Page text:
If you see mold or if there is an earthy or musty smell, you should assume a mold problem exists. Other clues are signs of excess moisture Mold And Mildew From Flash Floods or the worsening of allergy-like symptoms. Evidence of past or ongoing water damage should also trigger more thorough inspection. You may find mold growth underneath water-damaged surfaces or behind walls, floors or ceilings.  

Look for visible mold growth (may appear cottony, velvety, granular or leathery and have varied colors of white, gray, brown, black, yellow or green). Mold often appears as discoloration, Mold And Mildew From Flash Floods staining or fuzzy growth on the surface of building materials or furnishings. When mold is visible, testing is not recommended.  

Search areas with noticeable mold odors. Look for signs of excess moisture or water damage. Look for water leaks, standing water, water stains and condensation problems. For example, do you see any watermarks Mold And Mildew From Flash Floods or discoloration on walls, ceilings, carpet, woodwork or other building materials?  

Search behind and underneath materials (carpet and pad, wallpaper, vinyl flooring, sink cabinets), furniture, or stored items (especially things placed near outside walls or on cold floors). Sometimes destructive techniques may be needed to inspect Mold And Mildew From Flash Floods and clean enclosed spaces where mold and moisture are hidden; for example, opening up a wall cavity. 

Should I be concerned about mold in my home? Yes. If indoor mold contamination is extensive, it can cause very high and persistent airborne spore exposures. Persons exposed to high spore levels can become sensitized and develop allergies to the mold or other health problems. Mold growth can damage your furnishings, Mold And Mildew From Flash Floods such as carpets, sofas and cabinets.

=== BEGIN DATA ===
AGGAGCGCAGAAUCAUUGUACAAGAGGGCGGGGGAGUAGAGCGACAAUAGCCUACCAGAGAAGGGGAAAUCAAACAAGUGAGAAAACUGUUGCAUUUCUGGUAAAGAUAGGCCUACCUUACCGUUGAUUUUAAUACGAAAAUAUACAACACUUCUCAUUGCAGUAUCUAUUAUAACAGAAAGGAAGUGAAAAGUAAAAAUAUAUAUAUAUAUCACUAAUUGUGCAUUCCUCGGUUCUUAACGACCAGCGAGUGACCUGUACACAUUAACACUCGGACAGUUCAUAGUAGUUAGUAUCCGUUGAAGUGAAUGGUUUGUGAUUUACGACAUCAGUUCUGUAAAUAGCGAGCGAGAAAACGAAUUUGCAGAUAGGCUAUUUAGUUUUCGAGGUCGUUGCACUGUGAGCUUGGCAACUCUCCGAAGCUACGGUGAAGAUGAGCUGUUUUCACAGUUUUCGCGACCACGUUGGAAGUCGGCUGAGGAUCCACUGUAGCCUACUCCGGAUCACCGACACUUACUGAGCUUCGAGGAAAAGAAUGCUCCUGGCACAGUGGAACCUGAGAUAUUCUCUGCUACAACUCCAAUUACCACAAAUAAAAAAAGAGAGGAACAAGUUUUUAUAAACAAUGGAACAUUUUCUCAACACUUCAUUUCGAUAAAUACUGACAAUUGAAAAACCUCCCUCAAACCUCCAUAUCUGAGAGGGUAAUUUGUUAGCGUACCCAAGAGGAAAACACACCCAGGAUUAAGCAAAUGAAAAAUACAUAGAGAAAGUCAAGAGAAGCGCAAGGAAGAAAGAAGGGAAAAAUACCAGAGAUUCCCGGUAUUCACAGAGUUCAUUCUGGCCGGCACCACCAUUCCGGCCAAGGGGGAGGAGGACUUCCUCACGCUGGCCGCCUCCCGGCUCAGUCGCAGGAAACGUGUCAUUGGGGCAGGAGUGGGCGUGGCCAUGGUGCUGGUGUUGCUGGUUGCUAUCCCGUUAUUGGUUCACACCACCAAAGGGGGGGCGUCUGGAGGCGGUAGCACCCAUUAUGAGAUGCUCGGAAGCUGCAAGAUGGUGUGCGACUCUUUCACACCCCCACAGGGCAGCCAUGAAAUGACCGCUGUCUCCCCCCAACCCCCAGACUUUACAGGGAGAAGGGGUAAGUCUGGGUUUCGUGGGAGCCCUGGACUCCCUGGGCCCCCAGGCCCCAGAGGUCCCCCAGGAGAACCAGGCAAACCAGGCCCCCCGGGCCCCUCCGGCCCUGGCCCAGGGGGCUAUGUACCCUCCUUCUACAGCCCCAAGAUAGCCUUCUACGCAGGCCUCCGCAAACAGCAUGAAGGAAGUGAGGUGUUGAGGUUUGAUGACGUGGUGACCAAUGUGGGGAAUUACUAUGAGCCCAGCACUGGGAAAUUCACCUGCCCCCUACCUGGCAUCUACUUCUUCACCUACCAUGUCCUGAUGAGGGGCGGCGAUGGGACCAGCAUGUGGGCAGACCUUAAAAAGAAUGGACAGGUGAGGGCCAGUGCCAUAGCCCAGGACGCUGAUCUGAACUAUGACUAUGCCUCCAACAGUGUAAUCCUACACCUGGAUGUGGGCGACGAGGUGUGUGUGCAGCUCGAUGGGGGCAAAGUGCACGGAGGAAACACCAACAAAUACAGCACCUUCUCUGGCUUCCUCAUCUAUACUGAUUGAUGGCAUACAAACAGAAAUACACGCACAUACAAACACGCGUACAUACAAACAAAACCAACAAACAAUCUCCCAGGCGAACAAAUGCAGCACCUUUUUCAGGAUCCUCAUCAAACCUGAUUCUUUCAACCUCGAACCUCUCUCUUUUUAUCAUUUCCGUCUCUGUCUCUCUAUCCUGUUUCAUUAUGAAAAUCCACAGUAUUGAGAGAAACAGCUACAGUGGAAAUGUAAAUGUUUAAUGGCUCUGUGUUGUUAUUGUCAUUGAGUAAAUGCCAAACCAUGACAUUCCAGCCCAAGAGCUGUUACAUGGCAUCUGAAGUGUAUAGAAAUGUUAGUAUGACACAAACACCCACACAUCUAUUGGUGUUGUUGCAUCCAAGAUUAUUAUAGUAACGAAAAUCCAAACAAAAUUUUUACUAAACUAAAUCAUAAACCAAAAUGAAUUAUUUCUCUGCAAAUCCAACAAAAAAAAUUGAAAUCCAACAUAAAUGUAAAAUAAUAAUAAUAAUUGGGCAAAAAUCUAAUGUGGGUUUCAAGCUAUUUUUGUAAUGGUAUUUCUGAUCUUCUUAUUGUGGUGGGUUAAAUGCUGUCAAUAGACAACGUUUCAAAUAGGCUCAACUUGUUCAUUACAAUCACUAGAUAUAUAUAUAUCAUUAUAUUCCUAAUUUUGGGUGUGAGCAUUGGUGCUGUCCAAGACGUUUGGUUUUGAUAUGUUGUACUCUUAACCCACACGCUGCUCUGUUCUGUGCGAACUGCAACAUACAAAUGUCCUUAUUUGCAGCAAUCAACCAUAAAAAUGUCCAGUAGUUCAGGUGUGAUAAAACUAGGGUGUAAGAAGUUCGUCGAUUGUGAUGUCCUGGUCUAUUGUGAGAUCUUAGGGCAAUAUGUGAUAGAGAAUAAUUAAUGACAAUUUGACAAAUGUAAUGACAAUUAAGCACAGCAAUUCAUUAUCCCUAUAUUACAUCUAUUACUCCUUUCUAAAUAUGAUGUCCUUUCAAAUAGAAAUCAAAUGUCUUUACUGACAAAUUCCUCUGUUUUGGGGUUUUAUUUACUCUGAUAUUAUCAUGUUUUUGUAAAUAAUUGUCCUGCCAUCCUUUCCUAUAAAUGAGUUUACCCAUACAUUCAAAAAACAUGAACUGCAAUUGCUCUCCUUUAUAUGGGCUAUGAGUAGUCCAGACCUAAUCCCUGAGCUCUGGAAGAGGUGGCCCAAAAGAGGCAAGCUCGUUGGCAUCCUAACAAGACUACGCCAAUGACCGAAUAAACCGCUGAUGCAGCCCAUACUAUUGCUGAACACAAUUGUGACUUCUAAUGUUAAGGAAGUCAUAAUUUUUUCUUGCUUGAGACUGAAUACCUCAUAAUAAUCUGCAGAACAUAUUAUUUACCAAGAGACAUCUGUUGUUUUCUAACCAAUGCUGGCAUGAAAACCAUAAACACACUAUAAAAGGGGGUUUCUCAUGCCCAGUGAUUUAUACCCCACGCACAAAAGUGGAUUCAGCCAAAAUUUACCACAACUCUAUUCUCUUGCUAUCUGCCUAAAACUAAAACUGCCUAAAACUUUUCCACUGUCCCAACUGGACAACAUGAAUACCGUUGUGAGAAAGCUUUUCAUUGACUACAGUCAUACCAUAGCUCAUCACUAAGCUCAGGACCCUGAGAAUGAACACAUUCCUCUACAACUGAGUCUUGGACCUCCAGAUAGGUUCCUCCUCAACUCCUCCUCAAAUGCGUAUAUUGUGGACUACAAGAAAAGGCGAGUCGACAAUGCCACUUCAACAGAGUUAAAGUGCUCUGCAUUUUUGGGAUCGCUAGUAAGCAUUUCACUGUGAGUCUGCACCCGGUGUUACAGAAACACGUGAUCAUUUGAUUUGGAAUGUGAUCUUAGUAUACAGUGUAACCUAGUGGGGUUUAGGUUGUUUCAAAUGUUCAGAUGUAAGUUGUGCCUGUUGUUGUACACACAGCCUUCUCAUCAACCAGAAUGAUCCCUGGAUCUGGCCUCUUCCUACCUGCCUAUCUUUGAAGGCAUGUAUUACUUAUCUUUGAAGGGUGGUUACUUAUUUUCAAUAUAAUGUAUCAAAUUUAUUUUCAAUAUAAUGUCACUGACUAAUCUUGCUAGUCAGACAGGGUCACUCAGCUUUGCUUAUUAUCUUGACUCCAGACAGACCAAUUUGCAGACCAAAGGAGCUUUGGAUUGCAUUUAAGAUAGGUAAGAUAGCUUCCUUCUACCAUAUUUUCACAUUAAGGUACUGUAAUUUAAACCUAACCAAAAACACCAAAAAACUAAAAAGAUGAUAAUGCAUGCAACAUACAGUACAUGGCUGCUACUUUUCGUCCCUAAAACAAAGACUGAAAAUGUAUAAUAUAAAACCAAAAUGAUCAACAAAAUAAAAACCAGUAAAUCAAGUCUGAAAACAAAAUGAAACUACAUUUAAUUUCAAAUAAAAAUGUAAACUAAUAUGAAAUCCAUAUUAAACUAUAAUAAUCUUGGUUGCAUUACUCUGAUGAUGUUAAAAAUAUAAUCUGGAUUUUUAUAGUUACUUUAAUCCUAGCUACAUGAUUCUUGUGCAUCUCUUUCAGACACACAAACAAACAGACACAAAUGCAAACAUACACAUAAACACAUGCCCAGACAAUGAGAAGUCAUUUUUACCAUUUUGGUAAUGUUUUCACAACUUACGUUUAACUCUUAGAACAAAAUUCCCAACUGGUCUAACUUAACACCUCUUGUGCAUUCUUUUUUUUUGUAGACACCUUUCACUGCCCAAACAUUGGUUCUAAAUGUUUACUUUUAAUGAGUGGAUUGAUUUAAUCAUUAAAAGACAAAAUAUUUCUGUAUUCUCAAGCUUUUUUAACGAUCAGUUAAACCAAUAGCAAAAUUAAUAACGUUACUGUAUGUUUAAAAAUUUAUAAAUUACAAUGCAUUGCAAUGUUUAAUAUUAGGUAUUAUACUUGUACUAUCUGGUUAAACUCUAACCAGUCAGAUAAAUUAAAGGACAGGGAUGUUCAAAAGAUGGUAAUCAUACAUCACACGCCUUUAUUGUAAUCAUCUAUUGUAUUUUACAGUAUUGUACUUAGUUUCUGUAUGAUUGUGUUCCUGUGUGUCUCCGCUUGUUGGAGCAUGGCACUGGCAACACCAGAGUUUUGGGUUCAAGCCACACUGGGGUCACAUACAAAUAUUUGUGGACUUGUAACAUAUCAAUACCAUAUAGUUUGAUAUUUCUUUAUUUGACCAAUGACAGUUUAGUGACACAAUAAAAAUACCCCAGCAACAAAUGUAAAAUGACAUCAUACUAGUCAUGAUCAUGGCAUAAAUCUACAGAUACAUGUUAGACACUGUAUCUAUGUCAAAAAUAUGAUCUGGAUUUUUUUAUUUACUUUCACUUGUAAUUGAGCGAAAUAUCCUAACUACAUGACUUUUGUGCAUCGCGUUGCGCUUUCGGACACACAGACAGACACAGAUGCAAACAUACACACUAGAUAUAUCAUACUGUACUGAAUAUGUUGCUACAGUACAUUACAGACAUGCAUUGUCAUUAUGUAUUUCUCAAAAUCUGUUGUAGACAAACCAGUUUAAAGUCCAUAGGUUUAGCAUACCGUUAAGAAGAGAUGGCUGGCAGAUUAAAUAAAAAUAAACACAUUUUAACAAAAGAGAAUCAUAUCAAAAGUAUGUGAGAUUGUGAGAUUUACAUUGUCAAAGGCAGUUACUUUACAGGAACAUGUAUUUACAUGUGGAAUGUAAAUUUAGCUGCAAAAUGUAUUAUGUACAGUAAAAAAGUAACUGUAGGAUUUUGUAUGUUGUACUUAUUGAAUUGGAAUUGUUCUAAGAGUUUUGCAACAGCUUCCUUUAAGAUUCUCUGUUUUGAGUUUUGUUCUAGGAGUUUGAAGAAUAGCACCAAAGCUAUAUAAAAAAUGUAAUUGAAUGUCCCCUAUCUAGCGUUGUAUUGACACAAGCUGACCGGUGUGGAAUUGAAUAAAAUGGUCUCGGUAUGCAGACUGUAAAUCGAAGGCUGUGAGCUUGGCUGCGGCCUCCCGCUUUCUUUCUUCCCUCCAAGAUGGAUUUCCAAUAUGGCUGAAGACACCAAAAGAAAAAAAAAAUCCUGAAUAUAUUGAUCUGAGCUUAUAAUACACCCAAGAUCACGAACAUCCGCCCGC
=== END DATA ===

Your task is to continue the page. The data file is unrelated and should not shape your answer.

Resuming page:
Clothes and shoes in damp closets can become soiled. In time, unchecked mold growth can cause serious damage to the structural elements in your home. If you can see Mold And Mildew From Flash Floods or smell mold inside your home, take steps to identify and eliminate the excess moisture and to cleanup and remove the mold. How can I prevent indoor mold problems in my home? 

Inspect your home regularly for the indications and sources of indoor moisture and mold. Take steps to eliminate sources of water as quickly as possible. Stop the source of leak Mold And Mildew From Flash Floods or flooding. Remove excess water with mops or wet vacuum. Whenever possible, move wet items to a dry and well ventilated area or outside to expedite drying. 

Move rugs and pull up areas of wet carpet as soon as possible. Open closet and cabinet doors and Mold And Mildew From Flash Floods move furniture away from walls to increase circulation. Run portable fans to increase air circulation. Do NOT use the home's central blower if flooding has occurred in it or in any of the ducts. Run dehumidifiers and window air conditioners to lower humidity.  

Do NOT turn up the heat or use heaters in confined areas, as higher temperatures increase the rate of mold growth. If water has soaked inside the walls, it may be necessary to open wall cavities, remove baseboards, Mold And Mildew From Flash Floods and/or pry open wall paneling. Spraying with a household disinfectant on fungi and mold will not remove the organisms and can exacerbate breathing problems.  

Keep indoor surfaces as dry as possible. Try to maintain the home's relative humidity between 20-40 percent in the winter and less than 60 percent the rest of the year. Provide adequate ventilation, air circulation near cold surfaces, dehumidification or other methods to minimize the production of moisture in the home and Mold And Mildew From Flash Floods control high humidity that frequently causes mold growth in our cold climate.